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Peeks and Piques! A Nascent Creative Urge

By Raymond J. Steiner
ART TIMES May/ June 2012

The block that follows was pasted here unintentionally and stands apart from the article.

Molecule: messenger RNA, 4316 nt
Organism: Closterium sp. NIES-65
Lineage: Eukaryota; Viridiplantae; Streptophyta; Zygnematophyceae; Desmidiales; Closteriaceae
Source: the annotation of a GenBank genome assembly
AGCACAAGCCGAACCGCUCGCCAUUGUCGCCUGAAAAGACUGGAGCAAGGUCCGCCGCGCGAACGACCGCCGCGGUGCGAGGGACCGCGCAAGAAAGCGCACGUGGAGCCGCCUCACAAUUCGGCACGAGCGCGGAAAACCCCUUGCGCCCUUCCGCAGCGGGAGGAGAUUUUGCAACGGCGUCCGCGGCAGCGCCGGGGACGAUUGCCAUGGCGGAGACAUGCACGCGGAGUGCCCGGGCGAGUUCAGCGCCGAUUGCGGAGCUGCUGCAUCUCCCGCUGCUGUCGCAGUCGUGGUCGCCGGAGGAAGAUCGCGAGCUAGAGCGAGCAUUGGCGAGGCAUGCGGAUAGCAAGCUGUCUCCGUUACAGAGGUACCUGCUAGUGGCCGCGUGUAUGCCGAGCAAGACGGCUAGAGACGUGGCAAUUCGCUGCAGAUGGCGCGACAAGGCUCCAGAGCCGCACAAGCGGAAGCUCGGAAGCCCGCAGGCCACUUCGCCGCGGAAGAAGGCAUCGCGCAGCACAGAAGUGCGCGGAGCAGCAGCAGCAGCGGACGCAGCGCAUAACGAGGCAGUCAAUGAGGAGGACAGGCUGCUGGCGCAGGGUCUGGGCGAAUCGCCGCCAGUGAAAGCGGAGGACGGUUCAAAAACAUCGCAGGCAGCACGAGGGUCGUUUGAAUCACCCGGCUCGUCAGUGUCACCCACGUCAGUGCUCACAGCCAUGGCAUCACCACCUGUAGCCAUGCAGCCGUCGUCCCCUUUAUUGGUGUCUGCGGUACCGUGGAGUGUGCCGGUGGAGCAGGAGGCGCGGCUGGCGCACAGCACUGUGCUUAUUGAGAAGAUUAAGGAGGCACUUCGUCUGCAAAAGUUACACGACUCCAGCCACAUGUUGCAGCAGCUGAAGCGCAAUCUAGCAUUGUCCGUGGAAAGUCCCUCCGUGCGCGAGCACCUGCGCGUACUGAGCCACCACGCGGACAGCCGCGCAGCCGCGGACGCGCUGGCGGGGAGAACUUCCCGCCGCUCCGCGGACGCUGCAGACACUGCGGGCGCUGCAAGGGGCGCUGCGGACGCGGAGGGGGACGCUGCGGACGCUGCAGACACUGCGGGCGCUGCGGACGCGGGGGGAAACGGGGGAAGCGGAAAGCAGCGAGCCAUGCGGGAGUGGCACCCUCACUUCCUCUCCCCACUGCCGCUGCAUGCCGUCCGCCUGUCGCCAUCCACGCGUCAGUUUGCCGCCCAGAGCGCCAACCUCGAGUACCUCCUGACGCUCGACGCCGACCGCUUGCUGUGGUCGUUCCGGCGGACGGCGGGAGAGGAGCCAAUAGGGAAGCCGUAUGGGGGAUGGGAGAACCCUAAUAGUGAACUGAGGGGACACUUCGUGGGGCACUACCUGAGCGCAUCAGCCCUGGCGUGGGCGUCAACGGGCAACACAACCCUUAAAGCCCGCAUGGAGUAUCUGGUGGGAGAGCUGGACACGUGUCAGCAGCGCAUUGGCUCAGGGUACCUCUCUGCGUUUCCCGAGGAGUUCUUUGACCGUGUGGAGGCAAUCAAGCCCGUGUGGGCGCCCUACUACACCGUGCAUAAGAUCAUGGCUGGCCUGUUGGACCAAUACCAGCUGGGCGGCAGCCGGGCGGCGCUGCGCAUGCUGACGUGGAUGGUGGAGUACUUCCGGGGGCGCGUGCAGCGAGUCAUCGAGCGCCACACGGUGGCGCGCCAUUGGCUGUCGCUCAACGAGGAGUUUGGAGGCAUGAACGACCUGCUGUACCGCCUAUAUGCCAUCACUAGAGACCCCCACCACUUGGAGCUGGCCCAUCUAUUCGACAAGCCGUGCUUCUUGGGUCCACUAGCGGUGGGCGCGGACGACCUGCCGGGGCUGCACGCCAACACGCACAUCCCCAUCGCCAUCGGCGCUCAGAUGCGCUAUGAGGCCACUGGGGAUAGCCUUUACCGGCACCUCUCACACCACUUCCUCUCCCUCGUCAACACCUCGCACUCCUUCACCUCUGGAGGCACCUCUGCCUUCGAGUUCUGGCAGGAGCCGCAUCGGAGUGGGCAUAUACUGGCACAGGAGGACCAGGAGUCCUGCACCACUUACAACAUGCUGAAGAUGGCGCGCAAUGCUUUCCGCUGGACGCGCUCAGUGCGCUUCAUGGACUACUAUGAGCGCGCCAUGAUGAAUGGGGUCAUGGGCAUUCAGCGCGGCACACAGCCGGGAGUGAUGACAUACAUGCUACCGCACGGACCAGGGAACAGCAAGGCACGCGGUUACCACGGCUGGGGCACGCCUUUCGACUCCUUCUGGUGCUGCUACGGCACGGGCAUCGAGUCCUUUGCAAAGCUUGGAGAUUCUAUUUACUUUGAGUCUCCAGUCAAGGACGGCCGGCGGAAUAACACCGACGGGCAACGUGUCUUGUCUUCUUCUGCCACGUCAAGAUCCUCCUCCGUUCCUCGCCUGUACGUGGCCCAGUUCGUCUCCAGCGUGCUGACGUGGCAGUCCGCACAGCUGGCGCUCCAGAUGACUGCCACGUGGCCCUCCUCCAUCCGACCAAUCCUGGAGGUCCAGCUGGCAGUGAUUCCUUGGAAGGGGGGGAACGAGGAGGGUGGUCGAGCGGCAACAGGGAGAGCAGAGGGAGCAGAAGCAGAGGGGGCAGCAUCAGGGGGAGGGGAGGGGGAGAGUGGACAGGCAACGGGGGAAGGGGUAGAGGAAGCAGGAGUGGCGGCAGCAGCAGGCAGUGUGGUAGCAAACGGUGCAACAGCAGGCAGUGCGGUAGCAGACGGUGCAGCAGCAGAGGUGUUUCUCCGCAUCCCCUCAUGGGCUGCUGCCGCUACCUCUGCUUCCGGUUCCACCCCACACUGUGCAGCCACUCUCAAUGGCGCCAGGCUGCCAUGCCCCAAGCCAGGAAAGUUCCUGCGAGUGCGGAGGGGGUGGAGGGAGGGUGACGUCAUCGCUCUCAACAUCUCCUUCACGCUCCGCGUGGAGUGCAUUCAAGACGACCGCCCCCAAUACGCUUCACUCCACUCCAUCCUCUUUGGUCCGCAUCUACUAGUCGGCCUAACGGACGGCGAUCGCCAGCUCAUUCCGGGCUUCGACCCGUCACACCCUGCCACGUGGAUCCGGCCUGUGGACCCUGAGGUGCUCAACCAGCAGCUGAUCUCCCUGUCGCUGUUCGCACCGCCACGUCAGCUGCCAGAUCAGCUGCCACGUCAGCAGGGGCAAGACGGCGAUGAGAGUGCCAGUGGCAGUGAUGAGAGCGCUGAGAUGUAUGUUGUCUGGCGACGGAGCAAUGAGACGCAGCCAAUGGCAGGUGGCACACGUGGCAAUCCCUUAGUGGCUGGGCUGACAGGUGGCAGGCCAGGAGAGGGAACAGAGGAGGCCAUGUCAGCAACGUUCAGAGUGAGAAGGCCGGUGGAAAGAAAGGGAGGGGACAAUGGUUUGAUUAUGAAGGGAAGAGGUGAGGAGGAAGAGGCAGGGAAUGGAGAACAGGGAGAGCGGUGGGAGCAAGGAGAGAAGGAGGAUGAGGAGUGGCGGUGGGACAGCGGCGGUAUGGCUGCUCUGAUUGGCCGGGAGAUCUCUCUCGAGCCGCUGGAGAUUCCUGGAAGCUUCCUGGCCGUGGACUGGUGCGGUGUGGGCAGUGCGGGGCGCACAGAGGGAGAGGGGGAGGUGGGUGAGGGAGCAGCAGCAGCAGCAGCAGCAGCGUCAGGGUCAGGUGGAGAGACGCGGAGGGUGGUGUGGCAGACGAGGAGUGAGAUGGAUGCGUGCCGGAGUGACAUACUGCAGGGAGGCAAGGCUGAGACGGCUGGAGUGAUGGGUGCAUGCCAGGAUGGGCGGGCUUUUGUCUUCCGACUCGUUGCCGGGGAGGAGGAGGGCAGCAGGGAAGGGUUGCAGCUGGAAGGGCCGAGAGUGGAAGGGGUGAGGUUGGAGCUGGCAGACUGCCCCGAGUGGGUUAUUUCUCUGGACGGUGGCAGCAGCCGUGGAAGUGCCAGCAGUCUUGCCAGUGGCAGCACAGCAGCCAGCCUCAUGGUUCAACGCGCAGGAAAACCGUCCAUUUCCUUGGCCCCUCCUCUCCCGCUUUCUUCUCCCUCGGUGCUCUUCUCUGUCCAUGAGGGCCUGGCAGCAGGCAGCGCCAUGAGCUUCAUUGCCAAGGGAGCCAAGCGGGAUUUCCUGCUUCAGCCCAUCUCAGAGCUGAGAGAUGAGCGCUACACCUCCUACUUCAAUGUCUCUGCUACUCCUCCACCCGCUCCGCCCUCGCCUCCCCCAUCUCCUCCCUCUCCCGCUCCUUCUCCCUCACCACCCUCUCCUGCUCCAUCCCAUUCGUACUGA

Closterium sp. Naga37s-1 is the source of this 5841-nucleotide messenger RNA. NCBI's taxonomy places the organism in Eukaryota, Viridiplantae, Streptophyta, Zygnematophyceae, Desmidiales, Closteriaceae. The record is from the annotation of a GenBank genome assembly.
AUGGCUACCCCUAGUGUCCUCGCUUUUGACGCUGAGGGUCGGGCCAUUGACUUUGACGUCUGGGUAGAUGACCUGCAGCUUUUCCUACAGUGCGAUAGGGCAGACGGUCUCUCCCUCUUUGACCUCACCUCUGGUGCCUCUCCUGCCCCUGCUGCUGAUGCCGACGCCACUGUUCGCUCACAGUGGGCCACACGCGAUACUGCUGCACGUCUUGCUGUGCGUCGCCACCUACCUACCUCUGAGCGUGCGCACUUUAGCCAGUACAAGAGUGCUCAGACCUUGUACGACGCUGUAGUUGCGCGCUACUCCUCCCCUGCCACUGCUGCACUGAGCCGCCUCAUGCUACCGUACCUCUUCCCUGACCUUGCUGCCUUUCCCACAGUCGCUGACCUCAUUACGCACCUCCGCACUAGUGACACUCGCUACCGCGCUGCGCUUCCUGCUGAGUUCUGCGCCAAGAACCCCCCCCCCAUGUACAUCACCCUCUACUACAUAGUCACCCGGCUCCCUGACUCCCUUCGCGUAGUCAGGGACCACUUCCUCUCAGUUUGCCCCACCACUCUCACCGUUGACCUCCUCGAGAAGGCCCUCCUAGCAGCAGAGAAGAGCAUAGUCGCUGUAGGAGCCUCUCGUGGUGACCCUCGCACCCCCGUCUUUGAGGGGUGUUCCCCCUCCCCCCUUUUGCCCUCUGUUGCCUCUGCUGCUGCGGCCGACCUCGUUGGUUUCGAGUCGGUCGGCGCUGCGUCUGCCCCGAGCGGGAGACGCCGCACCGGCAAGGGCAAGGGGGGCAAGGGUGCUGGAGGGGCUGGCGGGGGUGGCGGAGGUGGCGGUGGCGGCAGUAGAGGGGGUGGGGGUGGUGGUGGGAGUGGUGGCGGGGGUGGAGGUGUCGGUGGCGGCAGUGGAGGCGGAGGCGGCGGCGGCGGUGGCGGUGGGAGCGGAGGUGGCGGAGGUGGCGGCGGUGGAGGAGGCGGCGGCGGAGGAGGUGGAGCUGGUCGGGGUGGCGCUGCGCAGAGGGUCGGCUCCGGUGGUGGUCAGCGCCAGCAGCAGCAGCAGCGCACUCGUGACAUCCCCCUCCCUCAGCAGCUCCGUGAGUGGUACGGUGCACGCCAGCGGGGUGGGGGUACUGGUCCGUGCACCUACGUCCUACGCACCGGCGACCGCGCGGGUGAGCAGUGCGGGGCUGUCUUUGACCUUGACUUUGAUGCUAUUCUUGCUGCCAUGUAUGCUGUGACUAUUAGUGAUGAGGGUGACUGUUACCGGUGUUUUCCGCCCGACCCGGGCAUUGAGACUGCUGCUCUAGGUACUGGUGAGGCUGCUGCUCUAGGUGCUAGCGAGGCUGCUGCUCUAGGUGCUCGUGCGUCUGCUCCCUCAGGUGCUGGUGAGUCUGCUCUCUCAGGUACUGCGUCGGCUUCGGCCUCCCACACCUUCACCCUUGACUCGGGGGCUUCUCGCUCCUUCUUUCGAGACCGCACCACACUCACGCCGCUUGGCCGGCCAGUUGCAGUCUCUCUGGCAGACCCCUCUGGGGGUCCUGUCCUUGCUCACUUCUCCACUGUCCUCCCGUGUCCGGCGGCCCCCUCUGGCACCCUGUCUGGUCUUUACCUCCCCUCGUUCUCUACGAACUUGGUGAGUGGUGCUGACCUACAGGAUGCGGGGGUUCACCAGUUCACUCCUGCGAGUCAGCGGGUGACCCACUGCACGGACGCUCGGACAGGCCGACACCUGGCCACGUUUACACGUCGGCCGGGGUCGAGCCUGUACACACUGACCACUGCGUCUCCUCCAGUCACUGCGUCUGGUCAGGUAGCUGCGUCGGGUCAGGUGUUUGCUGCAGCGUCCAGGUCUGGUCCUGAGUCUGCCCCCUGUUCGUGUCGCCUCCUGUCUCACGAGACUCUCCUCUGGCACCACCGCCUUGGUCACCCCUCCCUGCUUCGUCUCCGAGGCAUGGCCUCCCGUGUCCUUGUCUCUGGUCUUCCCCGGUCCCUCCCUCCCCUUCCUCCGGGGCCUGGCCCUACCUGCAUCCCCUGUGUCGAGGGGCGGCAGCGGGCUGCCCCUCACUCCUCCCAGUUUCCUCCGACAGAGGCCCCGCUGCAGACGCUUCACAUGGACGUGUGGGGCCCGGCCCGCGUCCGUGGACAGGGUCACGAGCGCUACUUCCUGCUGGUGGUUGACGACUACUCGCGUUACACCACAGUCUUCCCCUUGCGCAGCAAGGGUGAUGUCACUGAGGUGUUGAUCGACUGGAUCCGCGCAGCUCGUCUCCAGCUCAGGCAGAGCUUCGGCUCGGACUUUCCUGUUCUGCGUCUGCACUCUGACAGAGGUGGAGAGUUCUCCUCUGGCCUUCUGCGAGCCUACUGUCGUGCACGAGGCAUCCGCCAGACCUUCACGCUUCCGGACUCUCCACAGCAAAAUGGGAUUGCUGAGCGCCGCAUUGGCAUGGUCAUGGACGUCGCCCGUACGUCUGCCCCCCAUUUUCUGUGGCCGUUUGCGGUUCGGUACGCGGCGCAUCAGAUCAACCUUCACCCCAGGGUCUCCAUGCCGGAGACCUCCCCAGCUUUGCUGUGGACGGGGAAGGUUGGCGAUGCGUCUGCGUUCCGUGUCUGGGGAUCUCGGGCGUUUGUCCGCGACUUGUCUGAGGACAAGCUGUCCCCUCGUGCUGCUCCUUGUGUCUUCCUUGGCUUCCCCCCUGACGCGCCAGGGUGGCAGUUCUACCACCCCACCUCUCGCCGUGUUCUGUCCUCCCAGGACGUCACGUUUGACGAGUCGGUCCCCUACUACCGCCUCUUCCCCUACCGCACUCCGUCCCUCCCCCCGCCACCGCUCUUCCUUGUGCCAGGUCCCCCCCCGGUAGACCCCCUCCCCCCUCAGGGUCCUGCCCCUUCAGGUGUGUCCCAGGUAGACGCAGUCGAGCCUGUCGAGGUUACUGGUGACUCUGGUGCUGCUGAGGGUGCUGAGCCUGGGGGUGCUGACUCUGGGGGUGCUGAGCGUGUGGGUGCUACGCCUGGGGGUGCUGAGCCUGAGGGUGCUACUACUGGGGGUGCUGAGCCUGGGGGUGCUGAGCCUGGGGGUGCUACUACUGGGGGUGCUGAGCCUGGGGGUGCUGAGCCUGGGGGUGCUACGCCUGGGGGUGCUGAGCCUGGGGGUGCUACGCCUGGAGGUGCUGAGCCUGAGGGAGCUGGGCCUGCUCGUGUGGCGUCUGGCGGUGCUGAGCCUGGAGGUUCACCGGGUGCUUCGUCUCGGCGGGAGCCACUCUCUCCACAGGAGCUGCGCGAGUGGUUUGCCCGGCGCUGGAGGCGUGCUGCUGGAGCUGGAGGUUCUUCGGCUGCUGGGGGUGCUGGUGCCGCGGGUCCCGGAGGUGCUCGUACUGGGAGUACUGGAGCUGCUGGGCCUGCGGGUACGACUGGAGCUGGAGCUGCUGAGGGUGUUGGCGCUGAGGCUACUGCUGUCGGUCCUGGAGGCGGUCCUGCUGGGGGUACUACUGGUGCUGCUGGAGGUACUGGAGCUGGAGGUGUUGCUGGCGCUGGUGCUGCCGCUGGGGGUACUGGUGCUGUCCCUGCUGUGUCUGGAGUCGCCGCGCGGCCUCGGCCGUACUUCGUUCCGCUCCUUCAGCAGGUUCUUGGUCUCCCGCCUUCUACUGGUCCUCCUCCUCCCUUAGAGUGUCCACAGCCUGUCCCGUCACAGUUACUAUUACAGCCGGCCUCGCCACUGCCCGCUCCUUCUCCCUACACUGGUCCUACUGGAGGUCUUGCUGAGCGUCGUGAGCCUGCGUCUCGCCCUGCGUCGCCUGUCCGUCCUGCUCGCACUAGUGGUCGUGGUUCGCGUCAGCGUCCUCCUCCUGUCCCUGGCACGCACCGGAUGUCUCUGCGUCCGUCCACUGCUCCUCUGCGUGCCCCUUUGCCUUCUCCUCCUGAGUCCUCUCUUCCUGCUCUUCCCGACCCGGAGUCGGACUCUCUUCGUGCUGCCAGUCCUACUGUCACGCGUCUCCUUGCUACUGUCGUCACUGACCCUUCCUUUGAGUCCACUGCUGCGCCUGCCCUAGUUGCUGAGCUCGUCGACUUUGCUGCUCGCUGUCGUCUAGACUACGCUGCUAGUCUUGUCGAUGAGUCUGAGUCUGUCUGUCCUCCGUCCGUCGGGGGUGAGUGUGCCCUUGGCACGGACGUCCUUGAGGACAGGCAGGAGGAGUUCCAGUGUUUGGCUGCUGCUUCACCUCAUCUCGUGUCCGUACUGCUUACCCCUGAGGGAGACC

IT IS THE sheer, unstoppable force of it that sometimes stops me in my tracks. No matter your personal tastes, beliefs or opinions, the creative urge simply cannot be halted. There are some who believe that we are “hard-wired”, that we’ve been “homo aestheticus”for as long as we’ve been “erectus” — and almost certainly before we became “sapient”. Maybe so — the facts seem to support that early man was scratching images on flat surfaces long before he learned to speak or write. And who know how much older the propensity to make “music” and “dancing movements” might be? I can be convinced that man first sang out and danced when he had a pants full of red ants — seems he surely didn’t draw pictures of them until much later. At this point in time the chronology is not so important — what matters is that all three activities — making music, dancing or image-making — are all products of a nascent creative urge, an urge that, come what may, is still with us today. Still with us in a technological age that seems more interested in hype, greed, silliness, and mayhem, more interested in turning that urge to what I recently heard a TV commentator refer to as “garbage culture”. I sometimes despair what I see on the artscene — quite often loudly and monotonously in this column — and I can hardly disagree with that commentator’s description. Yet, I take a few steps back and take that long look — yes, we can and do often create crap, but the urge itself seems to be ultimately incorruptible. It is society and peer pressure that turns the urge towards its will as artists have learned since forever. Who knows what “critical” pressure was put on those cave painters when they etched elephants on their walls? We do know from art history that the pressure on artists – artists of all stripes — to be politically or religiously or whatever‑ly correct has existed at least since the Renaissance. And how many parents have either gently or rigidly turned their offspring from such an anxiety and/or poverty-filled life? And still the urge presses on. Surely such an unstoppable, natural force ought — at the very least — be recognized by the powers of any and all cultures that be. Surely, we have to wonder at the artists in our midst!

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